“What is truth?” Pontius Pilate asked that of Jesus.
“What is wrong with telling the truth?” That is my question.
I laughed over nasi lemak last night when friends of mine playacted the “It’s not you, it’s me” charade oft-played during breakups. Yet the humour underlined that human dilemma, that hang-up we have about sparing people’s feelings.
A lie is still a lie, no matter how you sugarcoat it.
My relationship with my oldest friend is defined by our commitment to always, always be frank with the other. I am who I am partly because she loved me enough to tell me what I needed to hear. Always.
A guy I dated last year was a textbook case of ‘sayingwhatyoudon’tmean-itis’. It got to the point I could never trust him anymore – whatever few memories we had were tainted by all the truths he covered up, all the white lies and things he never meant. The saddest part? Dishonesty pretty much became his default state.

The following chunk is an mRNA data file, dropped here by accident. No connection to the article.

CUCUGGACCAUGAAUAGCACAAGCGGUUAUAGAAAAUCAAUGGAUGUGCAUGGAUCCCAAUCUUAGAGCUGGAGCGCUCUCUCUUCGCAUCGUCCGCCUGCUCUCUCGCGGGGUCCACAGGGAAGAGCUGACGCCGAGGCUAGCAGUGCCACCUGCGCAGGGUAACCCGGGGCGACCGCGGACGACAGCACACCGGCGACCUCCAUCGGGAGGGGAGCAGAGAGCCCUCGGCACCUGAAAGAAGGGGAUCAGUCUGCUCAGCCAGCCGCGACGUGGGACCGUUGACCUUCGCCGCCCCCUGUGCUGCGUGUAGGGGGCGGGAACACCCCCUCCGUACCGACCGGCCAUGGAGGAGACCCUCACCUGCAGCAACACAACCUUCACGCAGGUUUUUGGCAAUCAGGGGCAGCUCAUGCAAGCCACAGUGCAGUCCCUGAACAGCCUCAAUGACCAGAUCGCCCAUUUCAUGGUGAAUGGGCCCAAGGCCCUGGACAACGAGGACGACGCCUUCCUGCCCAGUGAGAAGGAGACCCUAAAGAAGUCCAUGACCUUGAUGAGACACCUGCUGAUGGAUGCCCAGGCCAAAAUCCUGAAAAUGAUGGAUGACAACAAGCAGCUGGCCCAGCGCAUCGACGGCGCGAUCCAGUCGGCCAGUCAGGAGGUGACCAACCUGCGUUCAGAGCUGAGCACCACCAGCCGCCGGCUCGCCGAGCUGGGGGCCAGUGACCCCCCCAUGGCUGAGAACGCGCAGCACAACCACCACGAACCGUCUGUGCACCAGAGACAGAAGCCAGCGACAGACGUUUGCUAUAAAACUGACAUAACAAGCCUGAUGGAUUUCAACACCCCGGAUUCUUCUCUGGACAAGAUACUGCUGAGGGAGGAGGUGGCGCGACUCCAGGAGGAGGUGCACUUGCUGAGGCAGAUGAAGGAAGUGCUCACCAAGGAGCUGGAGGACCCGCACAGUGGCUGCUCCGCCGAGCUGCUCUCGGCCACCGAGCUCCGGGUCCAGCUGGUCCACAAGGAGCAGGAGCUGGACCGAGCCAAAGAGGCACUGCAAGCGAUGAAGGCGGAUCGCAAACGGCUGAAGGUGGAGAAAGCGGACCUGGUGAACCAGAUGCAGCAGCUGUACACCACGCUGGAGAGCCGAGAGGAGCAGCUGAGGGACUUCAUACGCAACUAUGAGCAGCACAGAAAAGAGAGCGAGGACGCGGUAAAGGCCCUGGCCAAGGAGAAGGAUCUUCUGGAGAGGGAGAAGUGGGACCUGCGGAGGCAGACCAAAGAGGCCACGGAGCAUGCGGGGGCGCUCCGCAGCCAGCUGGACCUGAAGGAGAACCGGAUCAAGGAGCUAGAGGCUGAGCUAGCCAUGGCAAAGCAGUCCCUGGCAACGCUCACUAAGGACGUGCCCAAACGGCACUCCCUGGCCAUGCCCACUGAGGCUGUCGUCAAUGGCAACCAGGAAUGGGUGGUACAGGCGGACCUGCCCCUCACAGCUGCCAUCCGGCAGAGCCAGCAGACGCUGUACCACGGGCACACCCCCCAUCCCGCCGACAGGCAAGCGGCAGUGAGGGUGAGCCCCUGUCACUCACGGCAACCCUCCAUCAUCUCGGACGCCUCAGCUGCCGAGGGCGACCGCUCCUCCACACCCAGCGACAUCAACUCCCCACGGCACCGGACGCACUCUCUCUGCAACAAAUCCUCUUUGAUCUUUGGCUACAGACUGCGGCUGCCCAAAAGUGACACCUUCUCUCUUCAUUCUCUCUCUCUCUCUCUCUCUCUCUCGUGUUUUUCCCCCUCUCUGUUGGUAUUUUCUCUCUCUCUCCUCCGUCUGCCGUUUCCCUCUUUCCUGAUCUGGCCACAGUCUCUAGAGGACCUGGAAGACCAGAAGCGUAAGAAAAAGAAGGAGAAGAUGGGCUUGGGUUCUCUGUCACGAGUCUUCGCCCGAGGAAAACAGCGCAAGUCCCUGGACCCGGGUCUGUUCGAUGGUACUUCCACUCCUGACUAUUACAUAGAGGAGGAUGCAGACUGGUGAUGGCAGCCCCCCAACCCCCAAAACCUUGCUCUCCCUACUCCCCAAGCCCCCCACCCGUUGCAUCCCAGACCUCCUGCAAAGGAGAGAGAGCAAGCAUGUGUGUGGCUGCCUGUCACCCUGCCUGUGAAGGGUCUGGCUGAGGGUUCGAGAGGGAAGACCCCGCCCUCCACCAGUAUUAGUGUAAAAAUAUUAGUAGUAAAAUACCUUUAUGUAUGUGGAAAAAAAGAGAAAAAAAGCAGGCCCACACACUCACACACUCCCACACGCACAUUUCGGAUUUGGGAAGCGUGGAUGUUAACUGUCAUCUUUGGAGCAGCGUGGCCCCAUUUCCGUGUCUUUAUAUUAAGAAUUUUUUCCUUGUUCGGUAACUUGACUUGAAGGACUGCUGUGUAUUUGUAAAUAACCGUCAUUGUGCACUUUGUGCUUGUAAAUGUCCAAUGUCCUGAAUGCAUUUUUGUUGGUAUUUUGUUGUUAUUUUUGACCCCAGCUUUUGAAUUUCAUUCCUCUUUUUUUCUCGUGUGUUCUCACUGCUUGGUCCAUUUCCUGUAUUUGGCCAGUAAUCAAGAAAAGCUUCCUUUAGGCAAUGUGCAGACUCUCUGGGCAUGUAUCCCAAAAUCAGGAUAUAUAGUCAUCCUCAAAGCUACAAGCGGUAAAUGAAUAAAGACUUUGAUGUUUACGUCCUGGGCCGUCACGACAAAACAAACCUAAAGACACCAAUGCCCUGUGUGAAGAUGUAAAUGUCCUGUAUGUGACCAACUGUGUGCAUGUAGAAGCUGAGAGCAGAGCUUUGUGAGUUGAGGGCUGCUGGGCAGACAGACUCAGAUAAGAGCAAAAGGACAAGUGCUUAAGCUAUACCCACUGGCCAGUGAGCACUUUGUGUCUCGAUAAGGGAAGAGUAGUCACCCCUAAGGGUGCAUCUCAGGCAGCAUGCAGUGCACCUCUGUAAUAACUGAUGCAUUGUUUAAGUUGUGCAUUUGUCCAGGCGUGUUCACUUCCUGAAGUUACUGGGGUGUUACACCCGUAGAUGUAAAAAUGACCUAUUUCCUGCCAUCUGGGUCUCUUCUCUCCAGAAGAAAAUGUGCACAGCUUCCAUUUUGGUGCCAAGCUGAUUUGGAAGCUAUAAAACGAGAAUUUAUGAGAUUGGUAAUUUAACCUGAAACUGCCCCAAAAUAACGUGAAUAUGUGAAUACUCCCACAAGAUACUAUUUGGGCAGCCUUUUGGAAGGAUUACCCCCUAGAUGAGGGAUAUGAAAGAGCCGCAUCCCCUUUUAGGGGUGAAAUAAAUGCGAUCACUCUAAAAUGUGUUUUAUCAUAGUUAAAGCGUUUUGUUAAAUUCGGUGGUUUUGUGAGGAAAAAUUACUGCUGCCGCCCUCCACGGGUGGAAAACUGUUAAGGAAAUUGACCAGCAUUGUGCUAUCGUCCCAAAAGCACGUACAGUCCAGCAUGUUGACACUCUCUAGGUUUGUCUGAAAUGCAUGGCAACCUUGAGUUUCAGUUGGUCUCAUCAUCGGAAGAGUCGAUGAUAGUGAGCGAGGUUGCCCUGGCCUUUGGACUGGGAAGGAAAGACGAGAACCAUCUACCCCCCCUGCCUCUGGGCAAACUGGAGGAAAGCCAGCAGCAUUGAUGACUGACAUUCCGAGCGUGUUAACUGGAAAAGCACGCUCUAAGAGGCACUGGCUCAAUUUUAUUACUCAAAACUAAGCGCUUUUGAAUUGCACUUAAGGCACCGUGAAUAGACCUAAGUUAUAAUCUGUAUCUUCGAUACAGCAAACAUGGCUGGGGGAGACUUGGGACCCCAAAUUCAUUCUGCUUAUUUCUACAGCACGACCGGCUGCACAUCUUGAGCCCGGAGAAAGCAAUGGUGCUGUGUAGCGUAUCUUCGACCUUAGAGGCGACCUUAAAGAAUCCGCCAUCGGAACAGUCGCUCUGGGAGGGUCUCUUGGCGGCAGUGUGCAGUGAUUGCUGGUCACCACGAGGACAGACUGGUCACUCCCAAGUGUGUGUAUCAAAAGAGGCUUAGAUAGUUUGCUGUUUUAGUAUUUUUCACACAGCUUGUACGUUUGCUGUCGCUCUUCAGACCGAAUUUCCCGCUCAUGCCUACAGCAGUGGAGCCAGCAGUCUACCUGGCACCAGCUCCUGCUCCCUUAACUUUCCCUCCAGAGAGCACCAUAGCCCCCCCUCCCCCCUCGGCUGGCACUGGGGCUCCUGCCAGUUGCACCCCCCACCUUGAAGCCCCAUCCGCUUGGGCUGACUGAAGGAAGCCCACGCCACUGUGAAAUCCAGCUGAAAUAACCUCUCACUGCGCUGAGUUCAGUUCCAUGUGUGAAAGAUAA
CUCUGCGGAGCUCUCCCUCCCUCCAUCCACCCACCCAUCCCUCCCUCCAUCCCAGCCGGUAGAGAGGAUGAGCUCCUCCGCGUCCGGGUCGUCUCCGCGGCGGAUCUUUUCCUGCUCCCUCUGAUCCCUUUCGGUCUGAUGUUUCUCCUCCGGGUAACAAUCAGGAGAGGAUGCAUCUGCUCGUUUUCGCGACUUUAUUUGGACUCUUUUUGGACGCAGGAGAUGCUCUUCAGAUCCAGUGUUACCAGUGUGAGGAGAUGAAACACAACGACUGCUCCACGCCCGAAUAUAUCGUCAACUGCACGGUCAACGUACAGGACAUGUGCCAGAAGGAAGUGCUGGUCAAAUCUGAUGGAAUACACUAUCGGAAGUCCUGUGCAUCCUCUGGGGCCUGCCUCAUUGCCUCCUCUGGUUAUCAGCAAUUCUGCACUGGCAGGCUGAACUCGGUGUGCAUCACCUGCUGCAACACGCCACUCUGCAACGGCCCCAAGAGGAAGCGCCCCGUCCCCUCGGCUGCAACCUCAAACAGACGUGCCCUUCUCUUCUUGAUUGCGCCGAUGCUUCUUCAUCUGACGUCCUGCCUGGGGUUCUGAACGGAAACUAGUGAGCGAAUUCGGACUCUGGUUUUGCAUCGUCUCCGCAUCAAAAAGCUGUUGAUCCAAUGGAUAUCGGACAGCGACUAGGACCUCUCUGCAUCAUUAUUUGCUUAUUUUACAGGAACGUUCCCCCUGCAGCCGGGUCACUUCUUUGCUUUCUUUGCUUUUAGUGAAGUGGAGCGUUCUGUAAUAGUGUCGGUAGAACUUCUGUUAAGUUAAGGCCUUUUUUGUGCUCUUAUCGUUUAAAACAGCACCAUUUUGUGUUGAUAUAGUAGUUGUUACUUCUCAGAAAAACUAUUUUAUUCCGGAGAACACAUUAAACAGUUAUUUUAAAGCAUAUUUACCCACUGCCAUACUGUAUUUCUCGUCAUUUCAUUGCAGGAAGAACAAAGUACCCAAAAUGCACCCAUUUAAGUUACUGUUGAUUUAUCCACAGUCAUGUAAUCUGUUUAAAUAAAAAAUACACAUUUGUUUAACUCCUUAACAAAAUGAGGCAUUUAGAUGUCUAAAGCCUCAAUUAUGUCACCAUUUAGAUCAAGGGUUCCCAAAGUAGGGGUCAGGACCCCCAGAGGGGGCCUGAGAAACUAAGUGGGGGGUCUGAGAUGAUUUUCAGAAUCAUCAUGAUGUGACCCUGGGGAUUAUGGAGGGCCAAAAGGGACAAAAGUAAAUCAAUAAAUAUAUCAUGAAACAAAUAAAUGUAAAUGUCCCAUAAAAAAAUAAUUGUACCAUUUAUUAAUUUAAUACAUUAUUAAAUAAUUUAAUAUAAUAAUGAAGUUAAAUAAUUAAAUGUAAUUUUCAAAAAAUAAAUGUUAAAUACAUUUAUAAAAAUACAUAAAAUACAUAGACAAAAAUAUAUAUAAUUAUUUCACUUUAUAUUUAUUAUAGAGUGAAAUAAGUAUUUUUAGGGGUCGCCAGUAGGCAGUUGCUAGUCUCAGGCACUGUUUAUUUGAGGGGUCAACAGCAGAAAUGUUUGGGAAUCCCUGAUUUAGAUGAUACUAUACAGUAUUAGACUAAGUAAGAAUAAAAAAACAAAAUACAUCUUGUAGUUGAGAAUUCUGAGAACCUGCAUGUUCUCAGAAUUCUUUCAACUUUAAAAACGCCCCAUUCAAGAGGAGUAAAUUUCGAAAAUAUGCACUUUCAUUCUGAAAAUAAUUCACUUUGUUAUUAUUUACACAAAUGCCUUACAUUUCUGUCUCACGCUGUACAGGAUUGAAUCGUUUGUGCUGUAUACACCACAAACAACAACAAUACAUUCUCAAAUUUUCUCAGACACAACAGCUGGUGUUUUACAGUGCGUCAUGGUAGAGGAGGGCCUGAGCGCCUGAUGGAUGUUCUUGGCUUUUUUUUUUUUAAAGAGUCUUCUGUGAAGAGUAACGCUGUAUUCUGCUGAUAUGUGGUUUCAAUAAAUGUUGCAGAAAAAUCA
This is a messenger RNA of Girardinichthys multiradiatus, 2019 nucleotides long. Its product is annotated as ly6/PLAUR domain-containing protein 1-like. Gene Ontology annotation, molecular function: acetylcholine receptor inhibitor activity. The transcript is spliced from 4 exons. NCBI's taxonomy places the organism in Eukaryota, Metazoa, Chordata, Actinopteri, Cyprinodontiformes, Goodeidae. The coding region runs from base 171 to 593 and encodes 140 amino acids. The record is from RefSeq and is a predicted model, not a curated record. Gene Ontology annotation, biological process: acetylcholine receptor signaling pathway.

Friendship to me is a covenant. Truth is its foundation. I might hurt a friend’s feelings today by being blunt but I will lose the friend’s trust forever if I should ever be caught out in a lie.
If I call you friend, I will not lie to you. I won’t even tell you a dress looks good on you if it doesn’t. Or I like your haircut if I don’t.
Because I want you to know, with absolute certainty, that I mean it when I say:
– I care for you.
– I want the best for you.
– I am happy for you.
– I believe in you.
– I’m here for you.
– I love you.
Say what you mean.
Mean what you say.
Is that too much to ask of people today? I suppose it is.